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Today's Stichomancy for Kate Moss

The first excerpt represents the past or something you must release, and is drawn from The Lily of the Valley by Honore de Balzac:

nature; again I walk that valley with my sovereign, whose white robe brushed the coppice and floated on the green sward, whose spirit rose, like a promised fruit, from each calyx filled with amorous stamens.

No declaration of love, no vows of uncontrollable passion ever conveyed more than these symphonies of flowers; my baffled desires impelled me to efforts of expression through them like those of Beethoven through his notes, to the same bitter reactions, to the same mighty bounds towards heaven. In their presence Madame de Mortsauf was my Henriette. She looked at them constantly; they fed her spirit, she gathered all the thoughts I had given them, saying, as she raised her head from the embroidery frame to receive my gift, "Ah, how


The Lily of the Valley
The second excerpt represents the present or the deciding factor of the moment, and is drawn from Mrs. Warren's Profession by George Bernard Shaw:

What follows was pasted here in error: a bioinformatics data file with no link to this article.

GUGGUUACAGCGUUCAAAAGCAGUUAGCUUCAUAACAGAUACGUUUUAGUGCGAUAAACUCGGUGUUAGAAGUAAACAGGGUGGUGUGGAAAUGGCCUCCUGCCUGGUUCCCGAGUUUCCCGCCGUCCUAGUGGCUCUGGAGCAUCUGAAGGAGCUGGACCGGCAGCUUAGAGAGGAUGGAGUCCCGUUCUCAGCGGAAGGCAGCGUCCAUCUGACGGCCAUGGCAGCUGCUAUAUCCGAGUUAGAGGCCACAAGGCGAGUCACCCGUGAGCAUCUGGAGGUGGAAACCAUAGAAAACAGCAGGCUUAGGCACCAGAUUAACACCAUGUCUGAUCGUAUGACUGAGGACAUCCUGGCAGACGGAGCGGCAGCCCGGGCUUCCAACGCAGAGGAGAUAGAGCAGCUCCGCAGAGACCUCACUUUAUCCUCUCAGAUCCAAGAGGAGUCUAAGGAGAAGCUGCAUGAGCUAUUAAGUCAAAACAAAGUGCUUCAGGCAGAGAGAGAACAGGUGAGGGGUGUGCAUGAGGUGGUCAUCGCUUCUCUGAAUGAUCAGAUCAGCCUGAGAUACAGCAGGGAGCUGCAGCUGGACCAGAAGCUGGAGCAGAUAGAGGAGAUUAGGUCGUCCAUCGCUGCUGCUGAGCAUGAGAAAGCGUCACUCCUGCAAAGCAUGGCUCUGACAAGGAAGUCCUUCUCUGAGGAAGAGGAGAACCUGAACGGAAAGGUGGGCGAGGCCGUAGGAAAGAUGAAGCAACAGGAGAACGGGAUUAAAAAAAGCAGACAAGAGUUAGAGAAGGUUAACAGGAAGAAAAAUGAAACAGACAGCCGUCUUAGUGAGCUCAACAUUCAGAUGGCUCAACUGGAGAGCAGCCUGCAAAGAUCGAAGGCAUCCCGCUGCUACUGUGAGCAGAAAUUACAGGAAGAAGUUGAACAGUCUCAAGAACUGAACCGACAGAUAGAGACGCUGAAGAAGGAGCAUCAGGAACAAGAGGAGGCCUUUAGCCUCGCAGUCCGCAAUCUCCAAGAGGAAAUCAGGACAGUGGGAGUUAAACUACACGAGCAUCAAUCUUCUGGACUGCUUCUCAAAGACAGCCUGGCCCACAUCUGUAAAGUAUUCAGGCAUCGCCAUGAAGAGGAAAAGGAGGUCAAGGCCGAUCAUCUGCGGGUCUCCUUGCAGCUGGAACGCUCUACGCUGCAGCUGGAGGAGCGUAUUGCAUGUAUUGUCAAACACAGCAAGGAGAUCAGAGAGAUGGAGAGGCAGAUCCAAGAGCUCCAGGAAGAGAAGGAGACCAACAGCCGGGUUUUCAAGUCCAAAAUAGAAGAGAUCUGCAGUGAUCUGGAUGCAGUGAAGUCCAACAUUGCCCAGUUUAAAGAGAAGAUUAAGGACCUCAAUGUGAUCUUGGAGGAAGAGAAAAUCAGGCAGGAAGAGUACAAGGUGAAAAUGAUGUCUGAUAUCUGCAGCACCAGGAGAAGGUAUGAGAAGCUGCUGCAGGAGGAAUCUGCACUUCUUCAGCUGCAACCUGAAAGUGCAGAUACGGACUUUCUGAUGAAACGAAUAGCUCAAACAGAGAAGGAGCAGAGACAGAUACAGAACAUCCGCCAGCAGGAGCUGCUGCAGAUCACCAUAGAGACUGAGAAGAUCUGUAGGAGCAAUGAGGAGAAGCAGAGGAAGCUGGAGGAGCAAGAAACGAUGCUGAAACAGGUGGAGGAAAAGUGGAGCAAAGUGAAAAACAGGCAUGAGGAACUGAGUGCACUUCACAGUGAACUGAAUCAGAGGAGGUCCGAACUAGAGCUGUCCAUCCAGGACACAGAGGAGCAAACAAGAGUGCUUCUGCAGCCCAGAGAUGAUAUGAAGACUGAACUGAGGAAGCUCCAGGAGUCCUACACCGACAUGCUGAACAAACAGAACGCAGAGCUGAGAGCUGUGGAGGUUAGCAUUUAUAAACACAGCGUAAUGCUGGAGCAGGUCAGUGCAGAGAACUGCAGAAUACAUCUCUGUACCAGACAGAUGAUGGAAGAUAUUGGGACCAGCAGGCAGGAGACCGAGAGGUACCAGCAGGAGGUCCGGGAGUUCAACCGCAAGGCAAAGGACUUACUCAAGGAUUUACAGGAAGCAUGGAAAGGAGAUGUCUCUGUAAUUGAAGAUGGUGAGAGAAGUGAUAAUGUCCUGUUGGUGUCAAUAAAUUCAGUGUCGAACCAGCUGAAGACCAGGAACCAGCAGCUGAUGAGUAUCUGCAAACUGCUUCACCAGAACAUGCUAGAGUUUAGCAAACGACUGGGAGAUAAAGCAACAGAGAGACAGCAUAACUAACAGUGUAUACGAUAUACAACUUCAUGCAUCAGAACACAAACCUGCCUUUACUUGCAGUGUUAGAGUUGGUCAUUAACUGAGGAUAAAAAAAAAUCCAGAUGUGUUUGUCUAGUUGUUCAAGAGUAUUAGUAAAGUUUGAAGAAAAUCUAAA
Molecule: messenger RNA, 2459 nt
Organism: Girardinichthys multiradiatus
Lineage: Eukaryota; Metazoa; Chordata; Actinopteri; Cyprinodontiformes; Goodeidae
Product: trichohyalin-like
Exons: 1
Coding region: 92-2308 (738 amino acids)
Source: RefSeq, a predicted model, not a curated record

One of them [to Frank] is love's young dream in any shape or form: the other [to Praed] is the romance and beauty of life, especially Ostend and the gaiety of Brussels. You are welcome to any illusions you may have left on these subjects: I have none. If we three are to remain friends, I must be treated as a woman of business, permanently single [to Frank] and permanently unromantic [to Praed].

FRANK. I also shall remain permanently single until you change your mind. Praddy: change the subject. Be eloquent about something else.

PRAED [diffidently] I'm afraid theres nothing else in the world

The third excerpt represents the future or something you must embrace, and is drawn from Journey to the Center of the Earth by Jules Verne:

"Well, I cannot stand it any longer," I replied.

"What! after three hours' walk over such easy ground."

"It may be easy, but it is tiring all the same."

"What, when we have nothing to do but keep going down!"

"Going up, if you please."

"Going up!" said my uncle, with a shrug.

"No doubt, for the last half-hour the inclines have gone the other way, and at this rate we shall soon arrive upon the level soil of Iceland."

The Professor nodded slowly and uneasily like a man that declines to be convinced. I tried to resume the conversation. He answered not a


Journey to the Center of the Earth